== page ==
- Paperback: 128 pages
- Publisher: Z2 Comics (November 24, 2015)
- Language: English
- ISBN-10: 1940878047
- ISBN-13: 978-1940878041
- Product Dimensions: 6.5 x 0.4 x 10.1 inches
- Shipping Weight: 6.4 ounces (View shipping rates and policies)
- Average Customer Review: 11 customer reviews
- Amazon Best Sellers Rank: #3,251,872 in Books (See Top 100 in Books)
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Pawn Shop Paperback – November 24, 2015
Top customer reviews
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Originally four issues, the story is satisfying in each chapter, since each features one protagonist. Read together, though, there are additional connections visible that make the whole thing more rewarding. And overall, it’s refreshing, composed of small notes of hope in otherwise mundane, sometimes struggling lives. The story is about people, not a gimmicky situation or ridiculous ability.
The biggest problem is that the art isn’t quite there yet. While I always knew what was going on in the story, there were panels where the faces, in particular, looked oddly deformed, which throws off the reader getting lost in the experience of someone else’s life. (Continuing the movie comparison, it’s as though one of the ensemble cast was someone’s buddy or girlfriend instead of being selected for acting ability.) The backgrounds, though, essential for this kind of story and its dependence on sense of place and setting, are well-done (with the exception of the titular pawn shop in chapter one, which appears to be full of empty shelves).
The third chapter, about the “punk” woman who’s drawn into criminal activity by a bad ex-boyfriend, was my least favorite. It’s the kind of story TV does too often, and key decisions are left out or glossed over, damaging to such a character-driven story. I also thought it needed an introductory caption of “two days ago” or some such, because reading them all in a row, the jump back in time can be confusing.
Much stronger are the other stories, with chapters two and four working particularly well together. (Film fans may note echoes of Laura Linney’s storyline from Love Actually.) The dialogue is strong, with additional meaning that reveals itself after all the pieces of the story are in place. The internal monologue narration is substantial, without falling back on cliche.
The widower is looking for one last memory of his beloved departed wife. The nurse needs the strength to try to tell the woman he likes that he likes her. The criminal needs to stand up for herself. The conductor has to come to terms with a family struggle. With its interconnections, this is the kind of story that can only be told about a certain kind of place, one where disparate strands can be expected to meet, tangle, and unspool in a different direction. Yet it makes that huge city much more personal and small-scale. (Review originally posted at ComicsWorthReading.com.)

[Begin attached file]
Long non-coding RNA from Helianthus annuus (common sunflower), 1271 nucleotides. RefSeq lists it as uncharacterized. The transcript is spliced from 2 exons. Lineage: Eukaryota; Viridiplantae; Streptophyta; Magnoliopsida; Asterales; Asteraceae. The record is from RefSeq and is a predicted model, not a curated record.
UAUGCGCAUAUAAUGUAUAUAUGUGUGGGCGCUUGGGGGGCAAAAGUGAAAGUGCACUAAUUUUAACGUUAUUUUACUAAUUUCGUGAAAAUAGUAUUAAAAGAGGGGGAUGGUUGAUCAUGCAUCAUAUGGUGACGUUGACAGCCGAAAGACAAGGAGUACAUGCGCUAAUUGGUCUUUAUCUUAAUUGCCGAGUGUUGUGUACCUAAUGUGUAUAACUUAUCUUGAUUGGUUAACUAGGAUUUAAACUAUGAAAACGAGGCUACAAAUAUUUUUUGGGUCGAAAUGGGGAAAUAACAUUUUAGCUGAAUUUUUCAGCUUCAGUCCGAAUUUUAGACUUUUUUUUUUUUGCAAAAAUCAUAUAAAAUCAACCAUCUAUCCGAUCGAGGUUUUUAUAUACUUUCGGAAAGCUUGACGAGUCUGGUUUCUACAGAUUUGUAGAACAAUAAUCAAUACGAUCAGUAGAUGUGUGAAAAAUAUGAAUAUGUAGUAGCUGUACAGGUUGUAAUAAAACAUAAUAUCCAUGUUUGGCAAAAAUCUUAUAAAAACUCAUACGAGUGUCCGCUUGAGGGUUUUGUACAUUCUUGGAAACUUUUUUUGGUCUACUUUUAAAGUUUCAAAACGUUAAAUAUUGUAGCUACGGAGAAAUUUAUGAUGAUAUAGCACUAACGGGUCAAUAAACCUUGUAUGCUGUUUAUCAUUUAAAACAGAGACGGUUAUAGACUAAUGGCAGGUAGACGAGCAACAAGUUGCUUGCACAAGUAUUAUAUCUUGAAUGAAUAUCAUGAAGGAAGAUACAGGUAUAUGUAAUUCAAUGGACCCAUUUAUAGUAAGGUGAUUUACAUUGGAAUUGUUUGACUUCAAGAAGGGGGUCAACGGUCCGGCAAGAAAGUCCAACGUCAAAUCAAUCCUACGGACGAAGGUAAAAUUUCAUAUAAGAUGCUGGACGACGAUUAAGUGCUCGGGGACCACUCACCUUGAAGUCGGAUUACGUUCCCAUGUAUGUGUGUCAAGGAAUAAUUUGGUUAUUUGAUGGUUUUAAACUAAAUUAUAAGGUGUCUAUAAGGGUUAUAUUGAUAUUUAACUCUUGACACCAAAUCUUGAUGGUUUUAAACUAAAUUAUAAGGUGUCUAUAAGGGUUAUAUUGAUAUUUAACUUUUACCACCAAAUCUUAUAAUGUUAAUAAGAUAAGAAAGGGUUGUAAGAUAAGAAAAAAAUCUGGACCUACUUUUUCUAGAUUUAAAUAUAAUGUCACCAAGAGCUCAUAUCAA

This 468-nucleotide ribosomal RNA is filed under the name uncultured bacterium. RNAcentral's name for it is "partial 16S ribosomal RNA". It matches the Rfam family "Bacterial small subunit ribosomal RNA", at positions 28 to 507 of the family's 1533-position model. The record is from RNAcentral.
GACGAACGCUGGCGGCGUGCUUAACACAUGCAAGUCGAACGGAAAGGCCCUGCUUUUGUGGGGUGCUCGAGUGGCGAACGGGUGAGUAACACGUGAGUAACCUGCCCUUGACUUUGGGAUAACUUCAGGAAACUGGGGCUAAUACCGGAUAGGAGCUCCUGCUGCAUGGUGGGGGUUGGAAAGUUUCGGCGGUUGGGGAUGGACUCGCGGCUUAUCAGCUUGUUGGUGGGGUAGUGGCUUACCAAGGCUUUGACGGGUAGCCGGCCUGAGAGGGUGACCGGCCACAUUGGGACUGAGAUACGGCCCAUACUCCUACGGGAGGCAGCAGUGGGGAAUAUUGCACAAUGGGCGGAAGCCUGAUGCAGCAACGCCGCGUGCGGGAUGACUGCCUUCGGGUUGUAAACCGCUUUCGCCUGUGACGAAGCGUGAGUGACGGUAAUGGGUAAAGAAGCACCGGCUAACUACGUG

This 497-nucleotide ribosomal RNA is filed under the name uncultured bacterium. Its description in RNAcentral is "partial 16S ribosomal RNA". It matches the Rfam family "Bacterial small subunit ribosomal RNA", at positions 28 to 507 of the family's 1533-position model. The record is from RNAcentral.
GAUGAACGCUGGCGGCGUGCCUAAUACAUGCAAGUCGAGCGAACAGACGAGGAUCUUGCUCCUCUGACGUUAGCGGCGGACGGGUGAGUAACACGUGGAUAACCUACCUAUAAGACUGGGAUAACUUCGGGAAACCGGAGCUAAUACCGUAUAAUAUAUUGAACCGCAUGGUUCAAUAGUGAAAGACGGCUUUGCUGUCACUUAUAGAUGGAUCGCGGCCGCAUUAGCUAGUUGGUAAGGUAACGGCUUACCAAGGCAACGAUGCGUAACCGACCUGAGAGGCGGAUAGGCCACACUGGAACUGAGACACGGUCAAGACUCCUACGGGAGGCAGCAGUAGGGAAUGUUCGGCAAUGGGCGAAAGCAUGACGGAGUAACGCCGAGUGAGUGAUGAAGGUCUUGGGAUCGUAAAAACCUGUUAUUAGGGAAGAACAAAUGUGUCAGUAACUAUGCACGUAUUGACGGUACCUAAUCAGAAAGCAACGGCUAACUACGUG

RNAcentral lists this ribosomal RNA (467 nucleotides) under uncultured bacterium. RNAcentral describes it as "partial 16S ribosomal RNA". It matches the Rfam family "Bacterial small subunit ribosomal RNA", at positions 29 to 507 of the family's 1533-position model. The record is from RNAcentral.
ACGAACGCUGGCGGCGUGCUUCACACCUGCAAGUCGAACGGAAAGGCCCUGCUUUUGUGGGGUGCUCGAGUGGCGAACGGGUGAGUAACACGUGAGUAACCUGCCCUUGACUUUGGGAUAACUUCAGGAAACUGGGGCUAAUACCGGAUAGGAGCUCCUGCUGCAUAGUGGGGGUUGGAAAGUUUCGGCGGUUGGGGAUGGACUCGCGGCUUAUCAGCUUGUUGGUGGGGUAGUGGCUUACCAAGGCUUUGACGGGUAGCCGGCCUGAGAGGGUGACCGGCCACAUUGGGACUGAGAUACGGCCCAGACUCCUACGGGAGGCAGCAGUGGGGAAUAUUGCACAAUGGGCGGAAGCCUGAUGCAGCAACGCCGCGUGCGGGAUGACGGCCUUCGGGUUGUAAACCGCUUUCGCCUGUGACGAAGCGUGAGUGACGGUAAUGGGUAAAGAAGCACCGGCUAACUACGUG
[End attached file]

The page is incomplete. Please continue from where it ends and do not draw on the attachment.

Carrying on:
Pawn Shop is a graphic novel told in four chapters that read like linked stories. To a greater or lesser extent, each chapter revolves around a pawn shop. The first is narrated by an elderly man who can’t leave the city behind. He moved to Long Island after his wife died but he keeps coming back, despite his feeling that the city has moved on without him. Moving on is something he can’t do, as evidenced by his daily excursions to the city where his memories linger. One of his memories is symbolized by an object that represents more than the object itself. The story is a touching examination of loss and of moving on.
The second chapter is told from the point of view of a regular visitor at the pawn shop who is comforted by the safety of his daily routine. Part of that routine involves a minor character in the first story. But routines are limiting. The young man wonders whether he will find the courage to put his life on a different path.
Near the end of the second chapter, the young man encounters a young woman on a train who is the focus of the third chapter, which circles back to the old man in the first chapter and to the events that bring him to the pawn shop. A woman who appears tangentially in the first two chapters narrates the last one. Along with the old man in the first chapter, she has the kind of karmic experience that turns a big city into a small place.
Each of the four central characters is undergoing (or deciding whether to undergo) a life-changing transition. Each closes a door, but that creates the possibility of another door opening, a door to a less suffocating life. Each character benefits from connections to the other characters, often in ways that they will never understand. New Yorkers might feel isolated, but Pawn Shop tells us that they are never alone. Maybe the novel’s two karmic moments are hokey, maybe the message is a little obvious, but in the end, I didn’t care. This short graphic novel is emotionally honest and more moving than most of the 400 page novels I’ve read.
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